They discover the secret of why Roman concrete was so durable

Science Writing, 6 Jan. The ancient Romans were masters of engineering and construction, as their aqueducts, buildings and ports have survived, in many cases, for two centuries. A team of scientists has examined the concrete they used and believes they have found the key: quicklime.

Researchers have been trying to unlock the secret of this ultra-durable ancient building material for decades, especially in structures that endured particularly harsh conditions, such as piers, culverts and levees, or those built in seismically active locations.

A new study published by Science Advances signed by researchers from the Massachusetts Institute of Technology (MIT), Harvard University and laboratories in Italy and Switzerland has discovered ancient concrete manufacturing strategies that incorporated several key functionalities.

For years, it had been believed that the key to the durability of this concrete was based on an ingredient, the pozzolanic material, a volcanic ash from the Pozzuoli area, in the Bay of Naples (Italy), to which the stories referred. of architects and historians of the time.

However, those ancient samples also contain tiny, distinctive millimeter-scale brilliant white mineral features, long recognized as a ubiquitous component of Roman concretes.

These white bits, often referred to as “lime clasts”, come from lime, another key component of the old concrete mix.

Such remains have until now been considered mere evidence of careless mixing or poor-quality raw materials, MIT explains in a statement.

However, the new study suggests that these tiny lime clasts gave concrete a hitherto unknown self-healing ability.

One of the signatories to the research, Admir Masic of MIT, noted that if “the Romans put so much effort into making an exceptional building material, why would they put so little effort into ensuring the production of a well-mixed final product? “That’s why I thought there had to be a reason.

Following a more detailed characterization of the limestone clasts, using high-resolution multiscale imaging and chemical mapping techniques, the researchers gained new insights into the potential functionality of these limestone clasts.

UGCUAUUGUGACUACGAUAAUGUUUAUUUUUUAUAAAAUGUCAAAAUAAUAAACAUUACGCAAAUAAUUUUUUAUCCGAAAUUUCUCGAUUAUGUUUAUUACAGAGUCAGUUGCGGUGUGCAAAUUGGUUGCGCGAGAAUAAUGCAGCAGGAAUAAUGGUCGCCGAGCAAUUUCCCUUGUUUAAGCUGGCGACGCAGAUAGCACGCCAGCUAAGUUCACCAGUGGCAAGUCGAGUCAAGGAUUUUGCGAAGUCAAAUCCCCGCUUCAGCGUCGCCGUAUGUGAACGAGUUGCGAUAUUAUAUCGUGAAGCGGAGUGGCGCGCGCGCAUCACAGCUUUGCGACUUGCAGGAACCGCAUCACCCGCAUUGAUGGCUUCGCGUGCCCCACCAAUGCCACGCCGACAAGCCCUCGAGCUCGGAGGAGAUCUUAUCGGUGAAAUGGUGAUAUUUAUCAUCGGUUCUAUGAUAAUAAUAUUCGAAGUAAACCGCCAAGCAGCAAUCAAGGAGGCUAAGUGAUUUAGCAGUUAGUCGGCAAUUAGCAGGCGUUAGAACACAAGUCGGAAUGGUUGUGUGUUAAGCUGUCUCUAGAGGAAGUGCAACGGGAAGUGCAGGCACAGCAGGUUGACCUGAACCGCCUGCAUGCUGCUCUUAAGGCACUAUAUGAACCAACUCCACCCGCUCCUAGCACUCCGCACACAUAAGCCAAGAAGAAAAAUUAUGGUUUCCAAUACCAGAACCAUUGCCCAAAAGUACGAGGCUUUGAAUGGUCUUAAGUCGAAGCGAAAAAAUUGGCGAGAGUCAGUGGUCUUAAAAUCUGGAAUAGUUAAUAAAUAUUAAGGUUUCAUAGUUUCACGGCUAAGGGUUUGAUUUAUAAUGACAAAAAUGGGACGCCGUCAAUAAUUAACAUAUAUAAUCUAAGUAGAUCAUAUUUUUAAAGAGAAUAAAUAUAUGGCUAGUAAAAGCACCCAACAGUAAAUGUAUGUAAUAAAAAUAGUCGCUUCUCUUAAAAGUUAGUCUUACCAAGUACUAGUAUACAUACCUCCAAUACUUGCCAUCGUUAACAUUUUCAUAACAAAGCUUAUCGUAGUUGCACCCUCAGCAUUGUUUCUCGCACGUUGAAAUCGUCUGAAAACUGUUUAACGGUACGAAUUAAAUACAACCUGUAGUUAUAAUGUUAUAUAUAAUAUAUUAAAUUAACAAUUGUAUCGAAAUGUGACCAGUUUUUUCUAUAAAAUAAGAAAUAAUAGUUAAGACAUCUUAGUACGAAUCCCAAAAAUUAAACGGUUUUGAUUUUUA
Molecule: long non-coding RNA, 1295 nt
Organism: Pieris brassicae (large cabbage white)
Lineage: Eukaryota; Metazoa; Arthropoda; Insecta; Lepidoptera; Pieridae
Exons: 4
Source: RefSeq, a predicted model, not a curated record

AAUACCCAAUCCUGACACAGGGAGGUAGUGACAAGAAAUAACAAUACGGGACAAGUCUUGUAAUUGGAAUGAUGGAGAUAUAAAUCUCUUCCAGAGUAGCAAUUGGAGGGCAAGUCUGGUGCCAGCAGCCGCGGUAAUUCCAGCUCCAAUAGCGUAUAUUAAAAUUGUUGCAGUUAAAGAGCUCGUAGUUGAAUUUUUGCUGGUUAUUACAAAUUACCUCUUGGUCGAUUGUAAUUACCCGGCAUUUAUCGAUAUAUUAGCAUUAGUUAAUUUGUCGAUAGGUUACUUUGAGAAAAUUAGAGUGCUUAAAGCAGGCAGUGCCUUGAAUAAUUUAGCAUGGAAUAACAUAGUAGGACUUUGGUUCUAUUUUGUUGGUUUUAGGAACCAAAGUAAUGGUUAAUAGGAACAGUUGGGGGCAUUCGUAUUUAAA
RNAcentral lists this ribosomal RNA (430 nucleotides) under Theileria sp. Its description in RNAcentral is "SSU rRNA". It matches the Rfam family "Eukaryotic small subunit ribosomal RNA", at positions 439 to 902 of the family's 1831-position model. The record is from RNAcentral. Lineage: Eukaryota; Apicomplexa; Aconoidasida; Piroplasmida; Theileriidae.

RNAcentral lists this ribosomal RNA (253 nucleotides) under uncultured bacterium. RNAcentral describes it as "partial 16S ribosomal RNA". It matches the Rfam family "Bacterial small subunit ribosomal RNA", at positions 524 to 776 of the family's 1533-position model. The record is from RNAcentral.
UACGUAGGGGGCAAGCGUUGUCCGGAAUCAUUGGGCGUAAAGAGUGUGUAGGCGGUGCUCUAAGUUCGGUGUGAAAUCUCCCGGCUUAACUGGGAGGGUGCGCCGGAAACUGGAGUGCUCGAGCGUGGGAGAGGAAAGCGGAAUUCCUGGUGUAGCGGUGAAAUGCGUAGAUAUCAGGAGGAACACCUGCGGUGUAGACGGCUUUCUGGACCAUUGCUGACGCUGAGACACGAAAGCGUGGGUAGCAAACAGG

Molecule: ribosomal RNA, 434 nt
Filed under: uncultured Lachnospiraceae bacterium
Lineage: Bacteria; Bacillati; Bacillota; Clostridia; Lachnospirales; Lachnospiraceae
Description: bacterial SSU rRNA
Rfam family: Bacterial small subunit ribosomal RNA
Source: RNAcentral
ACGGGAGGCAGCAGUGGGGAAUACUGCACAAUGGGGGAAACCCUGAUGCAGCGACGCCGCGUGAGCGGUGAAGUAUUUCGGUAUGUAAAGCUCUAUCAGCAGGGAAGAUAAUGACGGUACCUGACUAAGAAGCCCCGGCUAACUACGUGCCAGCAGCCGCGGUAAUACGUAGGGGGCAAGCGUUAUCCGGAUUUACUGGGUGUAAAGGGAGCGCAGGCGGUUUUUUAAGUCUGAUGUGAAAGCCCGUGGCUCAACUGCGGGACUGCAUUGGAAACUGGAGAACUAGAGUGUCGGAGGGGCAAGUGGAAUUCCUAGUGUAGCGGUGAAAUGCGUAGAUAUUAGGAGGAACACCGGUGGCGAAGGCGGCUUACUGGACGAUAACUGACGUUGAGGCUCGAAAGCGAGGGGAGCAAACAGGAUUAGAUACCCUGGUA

Historically, it had been assumed that when lime was incorporated into Roman concrete, it first combined with water to form a highly reactive pasty material in a process known as slaking, but that process alone could not explain the presence of the clasts. of lime

So the team wondered if the Romans might have used quicklime, which is a more reactive form of the material. Studying samples of old concrete, they determined that the white particles were indeed made up of various forms of calcium carbonate.

Spectroscopic examination provided indications that they had formed at extreme temperatures, as would be expected from the exothermic reaction produced by the use of quicklime instead of, or in addition to, slaked lime in the mix.

Hot mixing, according to the team, was actually “the key to the super-durable nature” of the concrete due to two factors, Masic explained.

On the one hand, when the concrete as a whole is heated to high temperatures, it allows a chemistry that would not be possible if only slaked lime were used, producing compounds associated with those temperatures that would not otherwise form.

In addition, the increase in temperature significantly reduces curing and setting times, as all reactions are accelerated, allowing for much faster construction.

The team decided to prove that this was the mechanism responsible for the durability of Roman concrete by producing hot-mix samples incorporating ancient and modern formulations, cracking them, and running water through them.

After two weeks those openings had fully healed and water could no longer flow, however an identical piece of concrete made without quicklime never cured and water continued to flow through the specimen.

Masic considered that “it is exciting to think about how these more durable concrete formulations could extend not only the useful life of these materials, but also how the durability of 3D printed concrete formulations could be improved.”

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